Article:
Mr. Jordan recalled for the Jury the 04/20/2011 incident where Remington took the ammunition out of the boxes and placed loose ammunition into range bag(s). He reminded them about Remington’s comment about it being suspicious, and stated he knew it would be exported when Roman made the comment that if the ammunition came back it would be in a body.
Mr. Jordan stated there was no doubt that Ryin knew Roman had Mexican contacts and that he knew who Roman was when they discussed an alias name for a Mexican driver’s license. He reminded the Jury about the comments made that ammunition can’t be traced, and Rick’s comments to keep shootin’, keep shootin’. He pointed out Roman was laughing and commenting how he loved the USA and loved freedom. He reminded them of Rick’s comment that he hoped his guns and ammunition would be used to shoot Federales, and pointed out Rick knew his products were going to go to Mexico. He reminded the Jury of Rick’s comments that a deuce loaded full of ammunition wouldn’t be enough, and that Rick even had a deuce (military truck) and could actually do that.
Mr. Jordan reminded them of Roger Morris’ testimony that Rick knew a cartel member from Casa Grande and they could shoot there. Mr. Jordan told the Jury Rick knew where the guns he sold were and knew the weapons sold to Penny Torres would wind up in Mexico.
Mr. Jordan reviewed dates with the Jury. Penny Torres bought guns on July 8, 2010, and Roman returned from Mexico on July 14. Penny Torres bought guns on August 21st, and Roman returned the same same from Mexico. Same thing in June. He reviewed phone calls dates also and reminded the Jury about the July 3rd calls and how Penny Torres then came in. He pointed out these were coincidences, lots of coincidences.
For the conspiracy count, Mr. Jordan pointed out there were 18 overt acts and that it was important for the Jury to remember this wasn’t Walmart – it was a family store. He stated the family talked daily and knew what was going on. He stated the shared mutual benefit was the store profits.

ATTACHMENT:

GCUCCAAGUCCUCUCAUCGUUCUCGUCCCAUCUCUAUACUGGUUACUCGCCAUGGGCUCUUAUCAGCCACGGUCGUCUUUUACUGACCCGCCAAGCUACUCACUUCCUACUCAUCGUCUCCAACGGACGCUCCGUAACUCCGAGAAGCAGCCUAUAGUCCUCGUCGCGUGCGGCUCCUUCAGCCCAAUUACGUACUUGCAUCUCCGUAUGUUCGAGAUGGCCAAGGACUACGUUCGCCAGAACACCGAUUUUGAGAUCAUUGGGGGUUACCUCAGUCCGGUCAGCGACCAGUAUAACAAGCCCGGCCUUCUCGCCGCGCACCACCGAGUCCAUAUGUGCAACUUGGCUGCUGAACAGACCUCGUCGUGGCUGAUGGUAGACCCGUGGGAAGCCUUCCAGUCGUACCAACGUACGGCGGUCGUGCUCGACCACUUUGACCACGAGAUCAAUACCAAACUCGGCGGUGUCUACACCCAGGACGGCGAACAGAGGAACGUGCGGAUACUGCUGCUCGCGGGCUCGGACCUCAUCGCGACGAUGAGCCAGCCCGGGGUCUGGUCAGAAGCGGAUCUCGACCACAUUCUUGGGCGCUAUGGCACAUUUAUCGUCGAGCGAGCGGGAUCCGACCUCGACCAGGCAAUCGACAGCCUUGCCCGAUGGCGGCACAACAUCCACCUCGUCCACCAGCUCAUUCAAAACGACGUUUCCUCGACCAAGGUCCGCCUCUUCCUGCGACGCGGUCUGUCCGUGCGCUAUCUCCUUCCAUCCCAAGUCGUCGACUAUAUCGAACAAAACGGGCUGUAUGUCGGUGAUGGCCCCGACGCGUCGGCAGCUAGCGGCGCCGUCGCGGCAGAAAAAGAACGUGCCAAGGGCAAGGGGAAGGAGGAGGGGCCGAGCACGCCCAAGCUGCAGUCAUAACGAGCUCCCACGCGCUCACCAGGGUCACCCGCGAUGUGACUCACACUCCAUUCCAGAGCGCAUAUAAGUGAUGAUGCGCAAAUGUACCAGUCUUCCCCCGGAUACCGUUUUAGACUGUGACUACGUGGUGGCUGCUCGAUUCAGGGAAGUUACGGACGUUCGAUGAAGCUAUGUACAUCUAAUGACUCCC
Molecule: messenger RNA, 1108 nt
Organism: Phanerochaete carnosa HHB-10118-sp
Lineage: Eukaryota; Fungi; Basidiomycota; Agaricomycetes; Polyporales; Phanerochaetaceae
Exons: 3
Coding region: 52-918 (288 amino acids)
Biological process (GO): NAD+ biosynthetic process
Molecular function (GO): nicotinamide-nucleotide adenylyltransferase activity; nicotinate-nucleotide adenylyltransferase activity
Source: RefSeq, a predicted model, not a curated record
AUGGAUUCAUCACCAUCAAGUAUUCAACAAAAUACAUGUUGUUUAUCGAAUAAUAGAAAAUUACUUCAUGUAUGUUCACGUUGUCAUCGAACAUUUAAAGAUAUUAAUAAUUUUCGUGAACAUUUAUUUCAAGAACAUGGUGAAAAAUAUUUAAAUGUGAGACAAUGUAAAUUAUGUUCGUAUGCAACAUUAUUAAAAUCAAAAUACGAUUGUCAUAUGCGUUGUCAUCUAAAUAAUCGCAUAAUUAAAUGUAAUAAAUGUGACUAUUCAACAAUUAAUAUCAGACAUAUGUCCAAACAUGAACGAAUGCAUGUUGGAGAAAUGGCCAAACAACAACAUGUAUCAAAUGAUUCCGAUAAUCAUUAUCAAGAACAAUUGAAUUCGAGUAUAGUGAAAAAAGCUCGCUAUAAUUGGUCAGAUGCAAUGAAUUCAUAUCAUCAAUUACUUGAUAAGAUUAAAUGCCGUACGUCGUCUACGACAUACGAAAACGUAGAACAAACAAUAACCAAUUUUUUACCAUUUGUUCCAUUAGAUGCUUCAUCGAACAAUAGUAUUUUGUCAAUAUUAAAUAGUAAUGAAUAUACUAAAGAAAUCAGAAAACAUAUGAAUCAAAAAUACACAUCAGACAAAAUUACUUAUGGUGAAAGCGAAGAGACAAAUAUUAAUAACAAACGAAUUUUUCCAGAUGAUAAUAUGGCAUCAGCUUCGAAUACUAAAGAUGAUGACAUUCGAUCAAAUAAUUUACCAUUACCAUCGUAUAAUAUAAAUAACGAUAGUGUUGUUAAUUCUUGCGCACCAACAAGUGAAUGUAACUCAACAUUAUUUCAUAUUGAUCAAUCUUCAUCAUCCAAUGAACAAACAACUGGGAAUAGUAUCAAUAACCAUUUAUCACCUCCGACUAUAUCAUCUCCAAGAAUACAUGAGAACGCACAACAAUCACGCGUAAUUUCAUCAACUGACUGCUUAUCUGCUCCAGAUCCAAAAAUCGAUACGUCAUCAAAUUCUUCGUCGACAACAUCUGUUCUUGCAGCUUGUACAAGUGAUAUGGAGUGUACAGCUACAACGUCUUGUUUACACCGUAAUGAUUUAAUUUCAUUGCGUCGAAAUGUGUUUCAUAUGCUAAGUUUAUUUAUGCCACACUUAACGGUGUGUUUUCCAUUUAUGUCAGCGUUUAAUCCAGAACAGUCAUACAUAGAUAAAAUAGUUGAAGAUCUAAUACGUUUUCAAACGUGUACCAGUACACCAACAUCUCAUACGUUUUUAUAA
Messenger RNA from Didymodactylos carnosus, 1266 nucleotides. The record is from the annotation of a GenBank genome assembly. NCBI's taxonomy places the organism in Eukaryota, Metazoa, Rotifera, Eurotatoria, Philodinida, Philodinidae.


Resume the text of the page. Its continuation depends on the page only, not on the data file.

Mr. Jordan reminded them about the trace report, and how Terri had called Det. Alan Batts and even though the fax didn’t state the guns were recovered in Mexico, she knew.
Mr. Jordan reminded the Jury they denied Roman was in the store, and that Rick changed his story that Roman was in the store one time with Penny.
Mr. Jordan reminded the Jury Terri also changed her story when she didn’t tell DHS that she showed Penny Torres the fax.
Mr. Jordan urged the Jury again to believe their eyes and ears, and mentioned the undercover agent who saw them huddled together after the purchase of the second 50 caliber weapon.
Mr. Jordan told the Jurors this case boils down to one of rights and responsibilities. He used an example of a woman and child crossing the street and how the mother depends on drivers to stop at red lights, otherwise there would be deadly consequences. Mr. Jordan stated it is the same with the 2nd Amendment, that we have certain rights no politician should be able to take away.
However, he told the Jury, the defendants do not have the right to arm the cartel, and to sell guns to anyone who can pay. The defendants had the responsibility to refuse to sell those weapons, and the evidence shows that.
This was the first part of the prosecutions’ closing arguments. This was followed by each of the defense attorneys representing each of their clients, and lastly by Ms. Armijo for the prosecution.